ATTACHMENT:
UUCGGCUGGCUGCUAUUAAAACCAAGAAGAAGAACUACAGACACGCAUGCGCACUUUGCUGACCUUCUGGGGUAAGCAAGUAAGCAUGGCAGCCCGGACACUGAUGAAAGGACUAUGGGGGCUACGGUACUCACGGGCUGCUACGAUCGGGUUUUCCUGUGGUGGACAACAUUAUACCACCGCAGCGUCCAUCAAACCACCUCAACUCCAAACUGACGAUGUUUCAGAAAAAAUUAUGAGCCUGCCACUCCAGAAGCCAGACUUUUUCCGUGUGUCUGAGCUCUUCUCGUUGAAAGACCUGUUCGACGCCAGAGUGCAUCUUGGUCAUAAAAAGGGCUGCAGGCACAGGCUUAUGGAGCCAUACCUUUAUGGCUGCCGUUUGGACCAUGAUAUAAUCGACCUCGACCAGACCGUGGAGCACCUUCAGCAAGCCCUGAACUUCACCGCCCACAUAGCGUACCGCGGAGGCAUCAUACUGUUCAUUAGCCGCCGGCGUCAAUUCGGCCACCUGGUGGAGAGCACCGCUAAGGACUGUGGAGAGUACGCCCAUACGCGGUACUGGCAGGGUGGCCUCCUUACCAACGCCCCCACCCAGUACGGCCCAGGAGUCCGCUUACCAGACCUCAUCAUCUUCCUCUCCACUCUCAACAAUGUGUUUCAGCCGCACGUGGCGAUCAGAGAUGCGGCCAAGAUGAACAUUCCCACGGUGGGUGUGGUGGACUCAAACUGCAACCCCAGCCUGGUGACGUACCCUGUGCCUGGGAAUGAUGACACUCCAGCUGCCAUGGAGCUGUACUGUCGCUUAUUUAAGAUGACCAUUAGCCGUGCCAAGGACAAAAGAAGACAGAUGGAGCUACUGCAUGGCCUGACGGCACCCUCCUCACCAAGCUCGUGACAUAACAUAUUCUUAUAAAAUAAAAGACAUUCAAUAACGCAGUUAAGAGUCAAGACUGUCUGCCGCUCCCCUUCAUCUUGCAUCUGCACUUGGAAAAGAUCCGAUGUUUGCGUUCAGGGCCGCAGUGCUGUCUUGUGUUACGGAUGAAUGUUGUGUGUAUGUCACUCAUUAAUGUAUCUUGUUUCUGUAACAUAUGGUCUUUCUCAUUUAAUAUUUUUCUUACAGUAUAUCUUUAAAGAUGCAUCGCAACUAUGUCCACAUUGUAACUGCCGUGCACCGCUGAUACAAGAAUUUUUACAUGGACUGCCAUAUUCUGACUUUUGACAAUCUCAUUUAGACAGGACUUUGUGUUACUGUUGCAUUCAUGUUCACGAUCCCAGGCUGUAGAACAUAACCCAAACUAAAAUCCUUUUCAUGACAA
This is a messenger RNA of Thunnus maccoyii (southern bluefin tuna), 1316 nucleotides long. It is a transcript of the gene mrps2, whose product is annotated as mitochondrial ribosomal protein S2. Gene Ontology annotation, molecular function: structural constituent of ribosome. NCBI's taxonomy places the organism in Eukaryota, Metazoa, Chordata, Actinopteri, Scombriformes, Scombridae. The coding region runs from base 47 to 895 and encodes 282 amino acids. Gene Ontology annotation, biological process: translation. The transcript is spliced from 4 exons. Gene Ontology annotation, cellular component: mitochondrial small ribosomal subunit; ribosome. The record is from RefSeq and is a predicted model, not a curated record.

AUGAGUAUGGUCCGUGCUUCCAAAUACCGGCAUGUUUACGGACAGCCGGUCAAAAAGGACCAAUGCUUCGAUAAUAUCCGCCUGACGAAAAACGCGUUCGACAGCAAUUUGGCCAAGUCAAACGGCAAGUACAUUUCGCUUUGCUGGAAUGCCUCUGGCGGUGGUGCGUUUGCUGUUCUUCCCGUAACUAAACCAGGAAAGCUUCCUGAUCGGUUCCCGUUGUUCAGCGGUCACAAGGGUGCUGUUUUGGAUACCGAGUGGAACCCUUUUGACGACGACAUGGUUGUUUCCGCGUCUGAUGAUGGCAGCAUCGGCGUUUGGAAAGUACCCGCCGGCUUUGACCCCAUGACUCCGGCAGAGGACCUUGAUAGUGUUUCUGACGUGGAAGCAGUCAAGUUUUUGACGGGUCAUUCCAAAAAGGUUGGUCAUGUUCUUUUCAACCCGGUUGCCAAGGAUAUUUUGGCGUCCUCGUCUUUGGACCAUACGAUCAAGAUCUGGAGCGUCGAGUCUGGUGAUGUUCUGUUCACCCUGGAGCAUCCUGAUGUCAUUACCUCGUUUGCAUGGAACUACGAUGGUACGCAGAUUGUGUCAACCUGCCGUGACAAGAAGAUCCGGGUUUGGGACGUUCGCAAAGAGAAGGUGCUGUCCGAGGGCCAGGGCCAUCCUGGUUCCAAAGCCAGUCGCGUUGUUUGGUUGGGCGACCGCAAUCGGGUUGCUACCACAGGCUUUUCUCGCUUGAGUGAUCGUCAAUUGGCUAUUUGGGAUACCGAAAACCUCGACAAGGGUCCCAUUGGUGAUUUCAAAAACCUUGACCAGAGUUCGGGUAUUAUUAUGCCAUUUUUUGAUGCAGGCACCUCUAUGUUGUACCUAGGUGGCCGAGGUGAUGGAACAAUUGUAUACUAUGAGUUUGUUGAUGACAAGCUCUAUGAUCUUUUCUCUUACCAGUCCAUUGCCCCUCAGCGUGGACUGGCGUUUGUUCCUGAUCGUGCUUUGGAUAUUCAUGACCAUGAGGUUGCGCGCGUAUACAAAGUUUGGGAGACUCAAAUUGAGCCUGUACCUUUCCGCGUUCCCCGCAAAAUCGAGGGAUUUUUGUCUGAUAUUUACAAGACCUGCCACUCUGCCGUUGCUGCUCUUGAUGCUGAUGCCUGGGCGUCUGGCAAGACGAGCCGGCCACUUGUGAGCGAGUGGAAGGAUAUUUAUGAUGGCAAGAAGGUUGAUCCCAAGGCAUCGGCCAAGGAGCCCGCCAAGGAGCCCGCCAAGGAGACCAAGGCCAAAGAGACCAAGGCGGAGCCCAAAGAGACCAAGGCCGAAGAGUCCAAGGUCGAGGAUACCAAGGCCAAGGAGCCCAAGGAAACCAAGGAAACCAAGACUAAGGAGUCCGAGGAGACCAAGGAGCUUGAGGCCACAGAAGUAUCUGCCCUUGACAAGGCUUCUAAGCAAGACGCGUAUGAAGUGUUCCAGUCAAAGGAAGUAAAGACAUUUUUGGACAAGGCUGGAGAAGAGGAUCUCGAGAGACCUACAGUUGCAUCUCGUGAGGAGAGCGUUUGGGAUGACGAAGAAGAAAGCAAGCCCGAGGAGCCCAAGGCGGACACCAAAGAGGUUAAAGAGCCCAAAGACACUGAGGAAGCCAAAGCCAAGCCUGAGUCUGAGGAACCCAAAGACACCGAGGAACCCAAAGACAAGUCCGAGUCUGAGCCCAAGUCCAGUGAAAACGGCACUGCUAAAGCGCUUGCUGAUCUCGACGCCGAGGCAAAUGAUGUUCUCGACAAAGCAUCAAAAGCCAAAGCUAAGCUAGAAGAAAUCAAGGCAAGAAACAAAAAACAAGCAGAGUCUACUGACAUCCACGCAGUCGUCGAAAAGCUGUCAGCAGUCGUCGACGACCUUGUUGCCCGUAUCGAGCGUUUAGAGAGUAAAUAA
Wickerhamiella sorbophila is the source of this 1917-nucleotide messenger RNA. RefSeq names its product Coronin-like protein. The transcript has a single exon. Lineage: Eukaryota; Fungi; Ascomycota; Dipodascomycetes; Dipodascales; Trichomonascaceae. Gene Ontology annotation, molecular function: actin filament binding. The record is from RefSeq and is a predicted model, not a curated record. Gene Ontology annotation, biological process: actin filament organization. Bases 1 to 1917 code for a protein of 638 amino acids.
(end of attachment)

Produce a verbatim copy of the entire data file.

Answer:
UUCGGCUGGCUGCUAUUAAAACCAAGAAGAAGAACUACAGACACGCAUGCGCACUUUGCUGACCUUCUGGGGUAAGCAAGUAAGCAUGGCAGCCCGGACACUGAUGAAAGGACUAUGGGGGCUACGGUACUCACGGGCUGCUACGAUCGGGUUUUCCUGUGGUGGACAACAUUAUACCACCGCAGCGUCCAUCAAACCACCUCAACUCCAAACUGACGAUGUUUCAGAAAAAAUUAUGAGCCUGCCACUCCAGAAGCCAGACUUUUUCCGUGUGUCUGAGCUCUUCUCGUUGAAAGACCUGUUCGACGCCAGAGUGCAUCUUGGUCAUAAAAAGGGCUGCAGGCACAGGCUUAUGGAGCCAUACCUUUAUGGCUGCCGUUUGGACCAUGAUAUAAUCGACCUCGACCAGACCGUGGAGCACCUUCAGCAAGCCCUGAACUUCACCGCCCACAUAGCGUACCGCGGAGGCAUCAUACUGUUCAUUAGCCGCCGGCGUCAAUUCGGCCACCUGGUGGAGAGCACCGCUAAGGACUGUGGAGAGUACGCCCAUACGCGGUACUGGCAGGGUGGCCUCCUUACCAACGCCCCCACCCAGUACGGCCCAGGAGUCCGCUUACCAGACCUCAUCAUCUUCCUCUCCACUCUCAACAAUGUGUUUCAGCCGCACGUGGCGAUCAGAGAUGCGGCCAAGAUGAACAUUCCCACGGUGGGUGUGGUGGACUCAAACUGCAACCCCAGCCUGGUGACGUACCCUGUGCCUGGGAAUGAUGACACUCCAGCUGCCAUGGAGCUGUACUGUCGCUUAUUUAAGAUGACCAUUAGCCGUGCCAAGGACAAAAGAAGACAGAUGGAGCUACUGCAUGGCCUGACGGCACCCUCCUCACCAAGCUCGUGACAUAACAUAUUCUUAUAAAAUAAAAGACAUUCAAUAACGCAGUUAAGAGUCAAGACUGUCUGCCGCUCCCCUUCAUCUUGCAUCUGCACUUGGAAAAGAUCCGAUGUUUGCGUUCAGGGCCGCAGUGCUGUCUUGUGUUACGGAUGAAUGUUGUGUGUAUGUCACUCAUUAAUGUAUCUUGUUUCUGUAACAUAUGGUCUUUCUCAUUUAAUAUUUUUCUUACAGUAUAUCUUUAAAGAUGCAUCGCAACUAUGUCCACAUUGUAACUGCCGUGCACCGCUGAUACAAGAAUUUUUACAUGGACUGCCAUAUUCUGACUUUUGACAAUCUCAUUUAGACAGGACUUUGUGUUACUGUUGCAUUCAUGUUCACGAUCCCAGGCUGUAGAACAUAACCCAAACUAAAAUCCUUUUCAUGACAA
This is a messenger RNA of Thunnus maccoyii (southern bluefin tuna), 1316 nucleotides long. It is a transcript of the gene mrps2, whose product is annotated as mitochondrial ribosomal protein S2. Gene Ontology annotation, molecular function: structural constituent of ribosome. NCBI's taxonomy places the organism in Eukaryota, Metazoa, Chordata, Actinopteri, Scombriformes, Scombridae. The coding region runs from base 47 to 895 and encodes 282 amino acids. Gene Ontology annotation, biological process: translation. The transcript is spliced from 4 exons. Gene Ontology annotation, cellular component: mitochondrial small ribosomal subunit; ribosome. The record is from RefSeq and is a predicted model, not a curated record.

AUGAGUAUGGUCCGUGCUUCCAAAUACCGGCAUGUUUACGGACAGCCGGUCAAAAAGGACCAAUGCUUCGAUAAUAUCCGCCUGACGAAAAACGCGUUCGACAGCAAUUUGGCCAAGUCAAACGGCAAGUACAUUUCGCUUUGCUGGAAUGCCUCUGGCGGUGGUGCGUUUGCUGUUCUUCCCGUAACUAAACCAGGAAAGCUUCCUGAUCGGUUCCCGUUGUUCAGCGGUCACAAGGGUGCUGUUUUGGAUACCGAGUGGAACCCUUUUGACGACGACAUGGUUGUUUCCGCGUCUGAUGAUGGCAGCAUCGGCGUUUGGAAAGUACCCGCCGGCUUUGACCCCAUGACUCCGGCAGAGGACCUUGAUAGUGUUUCUGACGUGGAAGCAGUCAAGUUUUUGACGGGUCAUUCCAAAAAGGUUGGUCAUGUUCUUUUCAACCCGGUUGCCAAGGAUAUUUUGGCGUCCUCGUCUUUGGACCAUACGAUCAAGAUCUGGAGCGUCGAGUCUGGUGAUGUUCUGUUCACCCUGGAGCAUCCUGAUGUCAUUACCUCGUUUGCAUGGAACUACGAUGGUACGCAGAUUGUGUCAACCUGCCGUGACAAGAAGAUCCGGGUUUGGGACGUUCGCAAAGAGAAGGUGCUGUCCGAGGGCCAGGGCCAUCCUGGUUCCAAAGCCAGUCGCGUUGUUUGGUUGGGCGACCGCAAUCGGGUUGCUACCACAGGCUUUUCUCGCUUGAGUGAUCGUCAAUUGGCUAUUUGGGAUACCGAAAACCUCGACAAGGGUCCCAUUGGUGAUUUCAAAAACCUUGACCAGAGUUCGGGUAUUAUUAUGCCAUUUUUUGAUGCAGGCACCUCUAUGUUGUACCUAGGUGGCCGAGGUGAUGGAACAAUUGUAUACUAUGAGUUUGUUGAUGACAAGCUCUAUGAUCUUUUCUCUUACCAGUCCAUUGCCCCUCAGCGUGGACUGGCGUUUGUUCCUGAUCGUGCUUUGGAUAUUCAUGACCAUGAGGUUGCGCGCGUAUACAAAGUUUGGGAGACUCAAAUUGAGCCUGUACCUUUCCGCGUUCCCCGCAAAAUCGAGGGAUUUUUGUCUGAUAUUUACAAGACCUGCCACUCUGCCGUUGCUGCUCUUGAUGCUGAUGCCUGGGCGUCUGGCAAGACGAGCCGGCCACUUGUGAGCGAGUGGAAGGAUAUUUAUGAUGGCAAGAAGGUUGAUCCCAAGGCAUCGGCCAAGGAGCCCGCCAAGGAGCCCGCCAAGGAGACCAAGGCCAAAGAGACCAAGGCGGAGCCCAAAGAGACCAAGGCCGAAGAGUCCAAGGUCGAGGAUACCAAGGCCAAGGAGCCCAAGGAAACCAAGGAAACCAAGACUAAGGAGUCCGAGGAGACCAAGGAGCUUGAGGCCACAGAAGUAUCUGCCCUUGACAAGGCUUCUAAGCAAGACGCGUAUGAAGUGUUCCAGUCAAAGGAAGUAAAGACAUUUUUGGACAAGGCUGGAGAAGAGGAUCUCGAGAGACCUACAGUUGCAUCUCGUGAGGAGAGCGUUUGGGAUGACGAAGAAGAAAGCAAGCCCGAGGAGCCCAAGGCGGACACCAAAGAGGUUAAAGAGCCCAAAGACACUGAGGAAGCCAAAGCCAAGCCUGAGUCUGAGGAACCCAAAGACACCGAGGAACCCAAAGACAAGUCCGAGUCUGAGCCCAAGUCCAGUGAAAACGGCACUGCUAAAGCGCUUGCUGAUCUCGACGCCGAGGCAAAUGAUGUUCUCGACAAAGCAUCAAAAGCCAAAGCUAAGCUAGAAGAAAUCAAGGCAAGAAACAAAAAACAAGCAGAGUCUACUGACAUCCACGCAGUCGUCGAAAAGCUGUCAGCAGUCGUCGACGACCUUGUUGCCCGUAUCGAGCGUUUAGAGAGUAAAUAA
Wickerhamiella sorbophila is the source of this 1917-nucleotide messenger RNA. RefSeq names its product Coronin-like protein. The transcript has a single exon. Lineage: Eukaryota; Fungi; Ascomycota; Dipodascomycetes; Dipodascales; Trichomonascaceae. Gene Ontology annotation, molecular function: actin filament binding. The record is from RefSeq and is a predicted model, not a curated record. Gene Ontology annotation, biological process: actin filament organization. Bases 1 to 1917 code for a protein of 638 amino acids.